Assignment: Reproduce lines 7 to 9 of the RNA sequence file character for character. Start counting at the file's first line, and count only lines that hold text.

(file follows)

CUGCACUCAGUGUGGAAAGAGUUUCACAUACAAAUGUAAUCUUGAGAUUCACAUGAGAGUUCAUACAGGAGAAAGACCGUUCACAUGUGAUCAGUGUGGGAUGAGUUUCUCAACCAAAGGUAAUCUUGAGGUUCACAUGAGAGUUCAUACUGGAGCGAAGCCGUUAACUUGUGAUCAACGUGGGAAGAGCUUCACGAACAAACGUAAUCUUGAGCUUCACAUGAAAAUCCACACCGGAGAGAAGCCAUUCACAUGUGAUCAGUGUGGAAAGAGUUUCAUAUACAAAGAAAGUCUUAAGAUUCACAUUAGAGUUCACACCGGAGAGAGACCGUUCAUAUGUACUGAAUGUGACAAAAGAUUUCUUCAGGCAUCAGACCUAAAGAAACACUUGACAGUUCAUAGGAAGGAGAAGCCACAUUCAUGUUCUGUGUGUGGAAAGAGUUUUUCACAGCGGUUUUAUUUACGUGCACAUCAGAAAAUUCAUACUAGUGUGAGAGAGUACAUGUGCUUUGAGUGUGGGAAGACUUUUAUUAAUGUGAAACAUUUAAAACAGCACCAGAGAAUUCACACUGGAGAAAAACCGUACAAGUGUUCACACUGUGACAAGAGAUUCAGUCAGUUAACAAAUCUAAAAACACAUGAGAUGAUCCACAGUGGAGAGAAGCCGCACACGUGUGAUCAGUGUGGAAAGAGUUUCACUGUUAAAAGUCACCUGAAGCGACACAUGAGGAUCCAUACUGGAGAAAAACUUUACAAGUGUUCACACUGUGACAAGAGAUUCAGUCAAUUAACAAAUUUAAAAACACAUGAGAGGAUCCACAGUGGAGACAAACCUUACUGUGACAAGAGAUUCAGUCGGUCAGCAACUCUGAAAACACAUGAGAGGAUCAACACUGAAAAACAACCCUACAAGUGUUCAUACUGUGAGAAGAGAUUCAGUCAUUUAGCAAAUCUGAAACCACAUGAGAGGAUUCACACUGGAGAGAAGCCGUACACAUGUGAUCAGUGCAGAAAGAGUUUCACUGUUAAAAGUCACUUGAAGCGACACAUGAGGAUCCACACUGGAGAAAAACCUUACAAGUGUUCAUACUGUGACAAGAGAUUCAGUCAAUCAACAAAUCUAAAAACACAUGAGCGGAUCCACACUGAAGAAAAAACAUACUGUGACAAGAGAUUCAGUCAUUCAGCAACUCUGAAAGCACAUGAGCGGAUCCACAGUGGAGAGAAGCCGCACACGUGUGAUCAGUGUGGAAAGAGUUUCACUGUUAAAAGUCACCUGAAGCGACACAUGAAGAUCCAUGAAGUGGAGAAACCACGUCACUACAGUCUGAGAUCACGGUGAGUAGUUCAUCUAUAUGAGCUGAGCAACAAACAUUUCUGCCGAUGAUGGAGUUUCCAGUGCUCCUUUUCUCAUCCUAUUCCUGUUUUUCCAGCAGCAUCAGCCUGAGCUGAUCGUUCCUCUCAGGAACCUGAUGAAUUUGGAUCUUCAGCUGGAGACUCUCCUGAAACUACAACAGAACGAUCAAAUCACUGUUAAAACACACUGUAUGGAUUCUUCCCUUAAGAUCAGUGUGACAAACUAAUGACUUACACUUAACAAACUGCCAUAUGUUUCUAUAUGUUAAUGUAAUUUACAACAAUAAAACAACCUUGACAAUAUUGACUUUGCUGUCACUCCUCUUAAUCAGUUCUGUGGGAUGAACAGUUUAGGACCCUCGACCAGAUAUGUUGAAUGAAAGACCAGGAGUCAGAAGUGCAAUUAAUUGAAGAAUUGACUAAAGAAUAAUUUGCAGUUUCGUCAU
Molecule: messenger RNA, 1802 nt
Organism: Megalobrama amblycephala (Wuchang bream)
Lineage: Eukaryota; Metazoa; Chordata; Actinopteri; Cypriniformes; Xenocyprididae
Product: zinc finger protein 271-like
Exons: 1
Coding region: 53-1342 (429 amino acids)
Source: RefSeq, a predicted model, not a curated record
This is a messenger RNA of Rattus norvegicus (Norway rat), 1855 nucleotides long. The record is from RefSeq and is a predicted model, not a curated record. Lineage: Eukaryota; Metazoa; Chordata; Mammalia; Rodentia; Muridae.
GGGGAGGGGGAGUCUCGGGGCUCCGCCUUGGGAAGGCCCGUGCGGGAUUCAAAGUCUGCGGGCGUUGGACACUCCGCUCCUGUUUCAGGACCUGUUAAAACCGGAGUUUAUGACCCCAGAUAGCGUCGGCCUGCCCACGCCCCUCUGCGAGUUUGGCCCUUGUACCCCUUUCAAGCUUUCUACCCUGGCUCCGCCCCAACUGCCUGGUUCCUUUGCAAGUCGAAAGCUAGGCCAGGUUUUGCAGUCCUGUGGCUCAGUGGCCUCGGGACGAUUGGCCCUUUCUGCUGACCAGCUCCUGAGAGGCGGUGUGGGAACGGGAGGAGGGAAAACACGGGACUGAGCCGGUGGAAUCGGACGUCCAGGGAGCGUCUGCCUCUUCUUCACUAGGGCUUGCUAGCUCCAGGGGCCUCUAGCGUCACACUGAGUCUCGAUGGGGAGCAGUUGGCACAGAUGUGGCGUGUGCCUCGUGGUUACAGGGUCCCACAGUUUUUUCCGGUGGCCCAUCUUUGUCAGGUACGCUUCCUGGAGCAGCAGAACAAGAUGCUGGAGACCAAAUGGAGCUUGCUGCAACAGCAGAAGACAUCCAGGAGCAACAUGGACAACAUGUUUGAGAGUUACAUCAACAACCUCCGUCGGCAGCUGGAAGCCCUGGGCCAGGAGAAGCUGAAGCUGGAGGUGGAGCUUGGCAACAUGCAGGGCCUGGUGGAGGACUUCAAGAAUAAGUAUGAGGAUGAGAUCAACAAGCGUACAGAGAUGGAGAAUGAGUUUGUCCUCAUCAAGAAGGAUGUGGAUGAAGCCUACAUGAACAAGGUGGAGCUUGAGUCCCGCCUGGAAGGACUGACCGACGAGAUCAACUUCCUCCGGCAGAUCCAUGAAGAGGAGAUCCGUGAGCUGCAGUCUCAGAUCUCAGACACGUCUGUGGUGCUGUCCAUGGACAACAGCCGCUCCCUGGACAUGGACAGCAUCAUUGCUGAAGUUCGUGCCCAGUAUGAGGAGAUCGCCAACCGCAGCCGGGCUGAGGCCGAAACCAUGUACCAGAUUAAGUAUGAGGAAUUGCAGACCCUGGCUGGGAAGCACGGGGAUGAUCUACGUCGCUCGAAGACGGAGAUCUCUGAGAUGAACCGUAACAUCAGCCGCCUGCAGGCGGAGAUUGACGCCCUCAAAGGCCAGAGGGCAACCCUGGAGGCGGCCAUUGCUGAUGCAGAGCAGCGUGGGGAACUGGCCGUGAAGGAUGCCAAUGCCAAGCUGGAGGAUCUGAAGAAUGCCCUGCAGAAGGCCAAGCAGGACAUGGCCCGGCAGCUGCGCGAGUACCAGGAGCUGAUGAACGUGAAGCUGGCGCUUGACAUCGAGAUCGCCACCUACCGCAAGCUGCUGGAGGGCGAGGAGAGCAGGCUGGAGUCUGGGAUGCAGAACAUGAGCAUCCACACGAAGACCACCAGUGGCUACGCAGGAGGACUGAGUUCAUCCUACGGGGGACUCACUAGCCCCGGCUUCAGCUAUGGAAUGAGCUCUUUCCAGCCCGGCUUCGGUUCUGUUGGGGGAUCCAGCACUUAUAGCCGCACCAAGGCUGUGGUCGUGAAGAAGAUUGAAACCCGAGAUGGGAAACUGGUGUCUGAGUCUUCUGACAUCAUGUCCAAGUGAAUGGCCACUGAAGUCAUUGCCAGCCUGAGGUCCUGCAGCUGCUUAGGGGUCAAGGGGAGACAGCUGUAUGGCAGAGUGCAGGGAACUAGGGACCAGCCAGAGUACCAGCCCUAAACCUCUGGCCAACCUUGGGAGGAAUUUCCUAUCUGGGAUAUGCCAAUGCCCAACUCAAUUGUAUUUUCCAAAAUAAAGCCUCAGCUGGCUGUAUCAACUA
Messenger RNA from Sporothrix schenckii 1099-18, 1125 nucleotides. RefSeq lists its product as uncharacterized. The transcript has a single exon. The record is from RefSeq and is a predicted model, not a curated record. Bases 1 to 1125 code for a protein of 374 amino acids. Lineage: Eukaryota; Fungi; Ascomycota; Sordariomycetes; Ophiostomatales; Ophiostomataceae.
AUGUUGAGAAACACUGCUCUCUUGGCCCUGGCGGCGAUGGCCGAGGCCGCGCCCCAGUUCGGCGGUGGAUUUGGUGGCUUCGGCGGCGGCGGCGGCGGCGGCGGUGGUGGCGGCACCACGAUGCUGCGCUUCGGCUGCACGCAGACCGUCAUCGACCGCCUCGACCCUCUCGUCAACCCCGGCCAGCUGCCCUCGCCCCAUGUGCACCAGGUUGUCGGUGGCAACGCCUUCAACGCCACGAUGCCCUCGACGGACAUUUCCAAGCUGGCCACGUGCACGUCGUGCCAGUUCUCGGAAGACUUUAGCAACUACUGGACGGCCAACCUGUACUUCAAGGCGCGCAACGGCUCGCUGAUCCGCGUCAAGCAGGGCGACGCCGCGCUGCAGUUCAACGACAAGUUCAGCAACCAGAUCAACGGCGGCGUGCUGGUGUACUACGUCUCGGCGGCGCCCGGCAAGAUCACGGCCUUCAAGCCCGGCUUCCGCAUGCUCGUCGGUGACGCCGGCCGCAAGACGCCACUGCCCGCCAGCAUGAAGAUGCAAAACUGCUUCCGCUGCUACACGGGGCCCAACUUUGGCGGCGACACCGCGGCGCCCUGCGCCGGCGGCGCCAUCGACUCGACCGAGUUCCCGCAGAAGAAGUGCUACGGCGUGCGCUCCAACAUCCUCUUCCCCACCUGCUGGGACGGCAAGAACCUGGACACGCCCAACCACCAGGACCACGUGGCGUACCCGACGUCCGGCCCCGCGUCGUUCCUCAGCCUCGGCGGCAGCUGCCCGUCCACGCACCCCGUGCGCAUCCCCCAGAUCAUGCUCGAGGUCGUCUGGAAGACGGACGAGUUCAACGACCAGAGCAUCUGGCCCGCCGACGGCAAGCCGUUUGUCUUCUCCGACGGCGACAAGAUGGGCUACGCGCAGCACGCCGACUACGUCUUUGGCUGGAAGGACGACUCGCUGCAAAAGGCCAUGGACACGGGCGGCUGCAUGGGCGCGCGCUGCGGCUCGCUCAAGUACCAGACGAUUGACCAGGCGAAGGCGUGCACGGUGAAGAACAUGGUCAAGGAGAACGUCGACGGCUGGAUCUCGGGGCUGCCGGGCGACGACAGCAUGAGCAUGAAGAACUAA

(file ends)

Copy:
Coding region: 53-1342 (429 amino acids)
Source: RefSeq, a predicted model, not a curated record
This is a messenger RNA of Rattus norvegicus (Norway rat), 1855 nucleotides long. The record is from RefSeq and is a predicted model, not a curated record. Lineage: Eukaryota; Metazoa; Chordata; Mammalia; Rodentia; Muridae.